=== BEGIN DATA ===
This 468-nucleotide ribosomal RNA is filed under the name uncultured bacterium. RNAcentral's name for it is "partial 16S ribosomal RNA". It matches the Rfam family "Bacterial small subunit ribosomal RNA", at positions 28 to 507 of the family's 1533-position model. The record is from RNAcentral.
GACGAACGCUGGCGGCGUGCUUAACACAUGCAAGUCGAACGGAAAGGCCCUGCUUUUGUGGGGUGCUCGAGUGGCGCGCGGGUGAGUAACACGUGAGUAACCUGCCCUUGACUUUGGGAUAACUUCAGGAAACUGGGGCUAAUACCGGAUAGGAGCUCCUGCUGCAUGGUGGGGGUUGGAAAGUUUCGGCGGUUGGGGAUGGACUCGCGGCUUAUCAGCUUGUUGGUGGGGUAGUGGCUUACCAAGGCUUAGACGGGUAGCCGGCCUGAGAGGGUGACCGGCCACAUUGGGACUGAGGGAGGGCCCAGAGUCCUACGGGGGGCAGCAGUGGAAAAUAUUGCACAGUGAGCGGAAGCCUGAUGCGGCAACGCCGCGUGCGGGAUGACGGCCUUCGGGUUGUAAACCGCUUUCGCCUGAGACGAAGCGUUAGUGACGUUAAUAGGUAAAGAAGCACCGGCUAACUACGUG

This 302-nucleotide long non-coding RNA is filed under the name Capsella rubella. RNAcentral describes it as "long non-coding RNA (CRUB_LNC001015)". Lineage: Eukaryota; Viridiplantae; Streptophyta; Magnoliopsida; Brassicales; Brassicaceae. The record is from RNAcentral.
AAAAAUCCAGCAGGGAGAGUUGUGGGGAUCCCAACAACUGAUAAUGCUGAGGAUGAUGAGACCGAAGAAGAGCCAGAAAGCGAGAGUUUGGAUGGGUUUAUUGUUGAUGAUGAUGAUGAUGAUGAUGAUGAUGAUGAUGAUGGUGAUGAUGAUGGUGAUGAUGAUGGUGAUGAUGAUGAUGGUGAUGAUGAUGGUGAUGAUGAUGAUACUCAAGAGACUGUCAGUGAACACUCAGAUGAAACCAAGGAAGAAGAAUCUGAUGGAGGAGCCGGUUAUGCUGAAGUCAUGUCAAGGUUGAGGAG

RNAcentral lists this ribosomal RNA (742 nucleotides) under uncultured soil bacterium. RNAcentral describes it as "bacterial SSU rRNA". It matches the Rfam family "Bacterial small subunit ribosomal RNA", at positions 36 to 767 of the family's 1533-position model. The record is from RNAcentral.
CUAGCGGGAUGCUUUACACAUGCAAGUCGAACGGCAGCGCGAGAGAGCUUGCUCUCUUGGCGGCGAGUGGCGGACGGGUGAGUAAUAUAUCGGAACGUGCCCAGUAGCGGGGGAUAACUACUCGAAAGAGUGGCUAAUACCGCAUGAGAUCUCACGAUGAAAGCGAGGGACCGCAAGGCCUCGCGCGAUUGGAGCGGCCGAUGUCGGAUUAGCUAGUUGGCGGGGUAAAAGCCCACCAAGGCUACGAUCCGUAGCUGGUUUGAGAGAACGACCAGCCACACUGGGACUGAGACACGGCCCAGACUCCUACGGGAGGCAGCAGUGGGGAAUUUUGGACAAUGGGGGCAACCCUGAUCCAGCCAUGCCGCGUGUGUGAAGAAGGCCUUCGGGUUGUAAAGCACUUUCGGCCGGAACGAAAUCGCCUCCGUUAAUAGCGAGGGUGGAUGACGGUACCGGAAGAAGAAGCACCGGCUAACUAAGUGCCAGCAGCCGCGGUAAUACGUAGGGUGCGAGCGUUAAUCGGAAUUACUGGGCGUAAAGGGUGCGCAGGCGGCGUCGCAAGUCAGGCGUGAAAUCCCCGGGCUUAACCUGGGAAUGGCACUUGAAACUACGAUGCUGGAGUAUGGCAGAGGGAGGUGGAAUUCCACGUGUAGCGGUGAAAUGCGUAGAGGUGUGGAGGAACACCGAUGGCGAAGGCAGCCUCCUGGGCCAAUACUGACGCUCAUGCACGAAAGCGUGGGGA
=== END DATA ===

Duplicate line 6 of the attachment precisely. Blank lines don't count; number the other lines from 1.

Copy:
CUAGCGGGAUGCUUUACACAUGCAAGUCGAACGGCAGCGCGAGAGAGCUUGCUCUCUUGGCGGCGAGUGGCGGACGGGUGAGUAAUAUAUCGGAACGUGCCCAGUAGCGGGGGAUAACUACUCGAAAGAGUGGCUAAUACCGCAUGAGAUCUCACGAUGAAAGCGAGGGACCGCAAGGCCUCGCGCGAUUGGAGCGGCCGAUGUCGGAUUAGCUAGUUGGCGGGGUAAAAGCCCACCAAGGCUACGAUCCGUAGCUGGUUUGAGAGAACGACCAGCCACACUGGGACUGAGACACGGCCCAGACUCCUACGGGAGGCAGCAGUGGGGAAUUUUGGACAAUGGGGGCAACCCUGAUCCAGCCAUGCCGCGUGUGUGAAGAAGGCCUUCGGGUUGUAAAGCACUUUCGGCCGGAACGAAAUCGCCUCCGUUAAUAGCGAGGGUGGAUGACGGUACCGGAAGAAGAAGCACCGGCUAACUAAGUGCCAGCAGCCGCGGUAAUACGUAGGGUGCGAGCGUUAAUCGGAAUUACUGGGCGUAAAGGGUGCGCAGGCGGCGUCGCAAGUCAGGCGUGAAAUCCCCGGGCUUAACCUGGGAAUGGCACUUGAAACUACGAUGCUGGAGUAUGGCAGAGGGAGGUGGAAUUCCACGUGUAGCGGUGAAAUGCGUAGAGGUGUGGAGGAACACCGAUGGCGAAGGCAGCCUCCUGGGCCAAUACUGACGCUCAUGCACGAAAGCGUGGGGA